Evolution and Human Behavior (Article in Press)
Disease avoidance and ethnocentrism: the effects of disease vulnerability and disgust sensitivity on intergroup attitudes
Carlos David Navarrete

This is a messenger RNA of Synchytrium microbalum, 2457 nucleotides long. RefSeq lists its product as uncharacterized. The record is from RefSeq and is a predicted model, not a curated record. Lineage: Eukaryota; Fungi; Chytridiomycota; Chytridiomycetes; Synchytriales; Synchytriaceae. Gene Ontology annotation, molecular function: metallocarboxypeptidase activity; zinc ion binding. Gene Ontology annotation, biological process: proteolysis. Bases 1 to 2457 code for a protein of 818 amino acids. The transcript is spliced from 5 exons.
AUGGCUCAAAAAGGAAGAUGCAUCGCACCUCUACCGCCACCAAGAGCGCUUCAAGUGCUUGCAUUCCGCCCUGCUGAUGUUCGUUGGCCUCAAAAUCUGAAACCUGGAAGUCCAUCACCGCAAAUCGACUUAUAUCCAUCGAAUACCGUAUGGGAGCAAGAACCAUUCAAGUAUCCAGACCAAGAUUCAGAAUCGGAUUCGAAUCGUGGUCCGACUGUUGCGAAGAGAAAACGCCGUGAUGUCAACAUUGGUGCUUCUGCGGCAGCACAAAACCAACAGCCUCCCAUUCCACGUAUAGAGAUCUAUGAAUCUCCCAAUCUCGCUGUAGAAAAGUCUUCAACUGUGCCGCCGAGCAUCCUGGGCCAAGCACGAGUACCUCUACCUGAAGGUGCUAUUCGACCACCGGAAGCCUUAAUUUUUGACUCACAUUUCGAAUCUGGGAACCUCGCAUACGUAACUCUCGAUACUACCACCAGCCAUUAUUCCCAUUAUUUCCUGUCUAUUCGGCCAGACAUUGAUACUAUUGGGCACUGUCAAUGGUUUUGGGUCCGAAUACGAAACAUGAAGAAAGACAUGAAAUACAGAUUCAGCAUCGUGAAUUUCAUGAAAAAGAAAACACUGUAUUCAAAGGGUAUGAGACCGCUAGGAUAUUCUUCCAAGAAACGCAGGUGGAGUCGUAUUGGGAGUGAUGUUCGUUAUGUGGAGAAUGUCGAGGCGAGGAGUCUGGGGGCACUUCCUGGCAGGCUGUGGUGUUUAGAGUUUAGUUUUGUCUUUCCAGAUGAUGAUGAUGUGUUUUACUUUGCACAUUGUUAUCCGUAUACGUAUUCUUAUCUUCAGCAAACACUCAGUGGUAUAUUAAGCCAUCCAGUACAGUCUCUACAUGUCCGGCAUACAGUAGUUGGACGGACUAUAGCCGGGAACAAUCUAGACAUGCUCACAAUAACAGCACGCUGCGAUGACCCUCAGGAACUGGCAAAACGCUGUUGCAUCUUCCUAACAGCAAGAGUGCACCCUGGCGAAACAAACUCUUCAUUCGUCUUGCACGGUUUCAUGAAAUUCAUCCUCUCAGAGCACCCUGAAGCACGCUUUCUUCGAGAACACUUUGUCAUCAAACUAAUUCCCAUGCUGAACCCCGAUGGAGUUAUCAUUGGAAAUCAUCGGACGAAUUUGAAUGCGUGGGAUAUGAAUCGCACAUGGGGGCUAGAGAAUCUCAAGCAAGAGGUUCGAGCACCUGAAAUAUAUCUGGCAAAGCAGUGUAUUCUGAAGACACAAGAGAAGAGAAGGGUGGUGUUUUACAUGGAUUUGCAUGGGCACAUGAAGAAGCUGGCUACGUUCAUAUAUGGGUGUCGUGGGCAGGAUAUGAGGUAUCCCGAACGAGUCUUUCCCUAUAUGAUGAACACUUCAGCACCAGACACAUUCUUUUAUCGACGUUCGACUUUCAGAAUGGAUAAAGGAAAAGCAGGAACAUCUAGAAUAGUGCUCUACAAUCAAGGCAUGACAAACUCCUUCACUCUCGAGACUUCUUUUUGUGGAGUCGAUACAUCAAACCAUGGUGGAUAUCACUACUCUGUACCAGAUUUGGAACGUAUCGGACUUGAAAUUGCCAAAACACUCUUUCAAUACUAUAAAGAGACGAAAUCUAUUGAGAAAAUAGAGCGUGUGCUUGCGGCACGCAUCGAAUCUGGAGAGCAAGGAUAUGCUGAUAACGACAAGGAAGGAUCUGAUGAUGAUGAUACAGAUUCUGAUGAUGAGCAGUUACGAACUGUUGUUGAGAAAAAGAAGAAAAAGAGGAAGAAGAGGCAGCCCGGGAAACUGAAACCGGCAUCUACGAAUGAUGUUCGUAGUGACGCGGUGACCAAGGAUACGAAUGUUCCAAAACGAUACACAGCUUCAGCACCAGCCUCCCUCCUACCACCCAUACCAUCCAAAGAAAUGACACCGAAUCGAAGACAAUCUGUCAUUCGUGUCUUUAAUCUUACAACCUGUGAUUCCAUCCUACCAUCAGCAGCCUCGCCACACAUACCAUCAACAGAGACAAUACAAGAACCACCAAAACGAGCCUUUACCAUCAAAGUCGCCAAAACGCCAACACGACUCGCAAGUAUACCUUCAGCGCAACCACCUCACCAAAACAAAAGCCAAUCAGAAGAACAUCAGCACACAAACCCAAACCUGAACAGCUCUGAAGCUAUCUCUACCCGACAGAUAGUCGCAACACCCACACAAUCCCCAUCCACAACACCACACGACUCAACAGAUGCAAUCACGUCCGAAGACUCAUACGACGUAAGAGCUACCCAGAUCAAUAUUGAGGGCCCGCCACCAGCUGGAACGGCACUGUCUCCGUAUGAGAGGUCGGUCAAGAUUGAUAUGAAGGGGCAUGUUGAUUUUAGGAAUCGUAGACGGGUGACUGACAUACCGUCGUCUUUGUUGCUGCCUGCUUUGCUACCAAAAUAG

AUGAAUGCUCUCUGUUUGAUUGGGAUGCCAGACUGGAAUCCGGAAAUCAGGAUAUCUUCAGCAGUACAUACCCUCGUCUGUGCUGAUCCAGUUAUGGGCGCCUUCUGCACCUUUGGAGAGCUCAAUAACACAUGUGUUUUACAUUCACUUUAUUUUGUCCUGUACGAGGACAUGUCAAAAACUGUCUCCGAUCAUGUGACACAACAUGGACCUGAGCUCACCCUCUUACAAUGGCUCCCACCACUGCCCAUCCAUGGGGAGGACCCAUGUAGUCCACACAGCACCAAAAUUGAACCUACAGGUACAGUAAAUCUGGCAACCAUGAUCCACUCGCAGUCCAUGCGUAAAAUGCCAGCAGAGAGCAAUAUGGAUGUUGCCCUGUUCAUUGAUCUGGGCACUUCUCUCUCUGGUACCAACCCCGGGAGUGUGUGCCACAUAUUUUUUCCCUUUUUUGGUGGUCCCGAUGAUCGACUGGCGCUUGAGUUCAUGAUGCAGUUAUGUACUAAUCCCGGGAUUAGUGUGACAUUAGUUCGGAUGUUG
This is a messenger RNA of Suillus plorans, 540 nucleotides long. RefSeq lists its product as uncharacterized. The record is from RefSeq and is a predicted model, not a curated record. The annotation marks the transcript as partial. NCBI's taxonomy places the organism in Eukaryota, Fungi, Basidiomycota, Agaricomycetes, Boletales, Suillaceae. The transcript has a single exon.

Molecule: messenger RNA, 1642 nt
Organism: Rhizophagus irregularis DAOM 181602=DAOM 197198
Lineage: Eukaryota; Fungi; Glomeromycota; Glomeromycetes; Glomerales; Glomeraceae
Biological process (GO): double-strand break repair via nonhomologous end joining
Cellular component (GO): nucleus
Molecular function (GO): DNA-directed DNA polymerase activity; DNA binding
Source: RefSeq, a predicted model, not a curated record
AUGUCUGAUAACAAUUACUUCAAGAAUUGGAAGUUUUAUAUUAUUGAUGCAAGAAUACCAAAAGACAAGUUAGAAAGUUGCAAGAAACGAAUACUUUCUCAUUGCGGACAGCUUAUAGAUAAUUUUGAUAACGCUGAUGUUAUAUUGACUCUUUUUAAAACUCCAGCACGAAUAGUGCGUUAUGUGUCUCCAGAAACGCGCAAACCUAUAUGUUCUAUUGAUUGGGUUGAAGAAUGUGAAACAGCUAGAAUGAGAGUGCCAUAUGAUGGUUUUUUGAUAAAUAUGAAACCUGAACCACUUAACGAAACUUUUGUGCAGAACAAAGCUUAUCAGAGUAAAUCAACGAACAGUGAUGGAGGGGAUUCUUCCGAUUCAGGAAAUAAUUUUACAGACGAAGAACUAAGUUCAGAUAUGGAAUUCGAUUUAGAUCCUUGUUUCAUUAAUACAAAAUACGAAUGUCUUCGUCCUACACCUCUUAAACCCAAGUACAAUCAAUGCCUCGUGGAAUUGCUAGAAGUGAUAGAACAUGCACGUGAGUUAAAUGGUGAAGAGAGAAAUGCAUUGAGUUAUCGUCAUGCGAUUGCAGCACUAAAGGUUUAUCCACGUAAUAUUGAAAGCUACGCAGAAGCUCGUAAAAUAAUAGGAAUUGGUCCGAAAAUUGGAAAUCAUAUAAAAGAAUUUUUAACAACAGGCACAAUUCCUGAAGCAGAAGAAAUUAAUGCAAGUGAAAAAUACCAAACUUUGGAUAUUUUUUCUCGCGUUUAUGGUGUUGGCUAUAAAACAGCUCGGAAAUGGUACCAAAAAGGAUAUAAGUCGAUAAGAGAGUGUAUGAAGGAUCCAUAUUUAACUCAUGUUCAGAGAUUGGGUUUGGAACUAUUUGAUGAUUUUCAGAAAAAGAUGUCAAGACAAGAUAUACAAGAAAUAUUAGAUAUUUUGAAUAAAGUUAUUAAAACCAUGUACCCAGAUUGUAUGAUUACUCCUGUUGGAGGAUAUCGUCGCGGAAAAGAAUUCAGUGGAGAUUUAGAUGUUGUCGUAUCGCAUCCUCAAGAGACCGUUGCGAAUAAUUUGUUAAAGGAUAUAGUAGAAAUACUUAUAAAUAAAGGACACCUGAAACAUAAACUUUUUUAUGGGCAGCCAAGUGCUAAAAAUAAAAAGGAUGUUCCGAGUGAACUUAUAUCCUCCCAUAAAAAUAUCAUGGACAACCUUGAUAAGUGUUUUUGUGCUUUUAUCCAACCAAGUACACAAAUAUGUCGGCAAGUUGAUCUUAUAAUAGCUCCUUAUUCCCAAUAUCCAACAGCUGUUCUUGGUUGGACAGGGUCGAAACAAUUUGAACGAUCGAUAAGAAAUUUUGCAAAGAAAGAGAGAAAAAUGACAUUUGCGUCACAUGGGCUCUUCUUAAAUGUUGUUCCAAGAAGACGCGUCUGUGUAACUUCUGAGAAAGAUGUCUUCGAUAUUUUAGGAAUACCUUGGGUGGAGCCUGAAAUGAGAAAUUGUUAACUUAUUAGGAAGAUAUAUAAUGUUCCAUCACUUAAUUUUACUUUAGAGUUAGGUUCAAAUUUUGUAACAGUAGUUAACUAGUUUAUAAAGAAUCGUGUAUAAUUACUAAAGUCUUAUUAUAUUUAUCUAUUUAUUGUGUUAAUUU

Extending a model relating xenophobia to disease avoidance [Faulkner, J., Schaller, M., Park, J. H., & Duncan, L. A. (2004). Evolved disease-avoidance mechanisms and contemporary xenophobic attitudes. Group Processes & Intergroup Relations, 7(4), 333–353.], we argue that both inter- and intragroup attitudes can be understood in terms of the costs and benefits of interacting with the in-group versus out-groups. In ancestral environments, interaction with members of the in-group will generally have posed less risk of disease transmission than interaction with members of an out-group, as individuals will have possessed antibodies to many of the pathogens present in the former, in contrast to those prevalent among the latter. Moreover, because coalitions are more likely among in-group members, the in-group would have been a potential source of aid in the event of debilitating illness. We conducted two online studies exploring the relationship between disease threat and intergroup attitudes. Study 1 found that ethnocentric attitudes increase as a function of perceived disease vulnerability. Study 2 found that in-group attraction increases as a function of disgust sensitivity, both when measured as an individual difference variable and when experimentally primed. We discuss these results with attention to the relationships among disease salience, out-group negativity, and in-group attraction.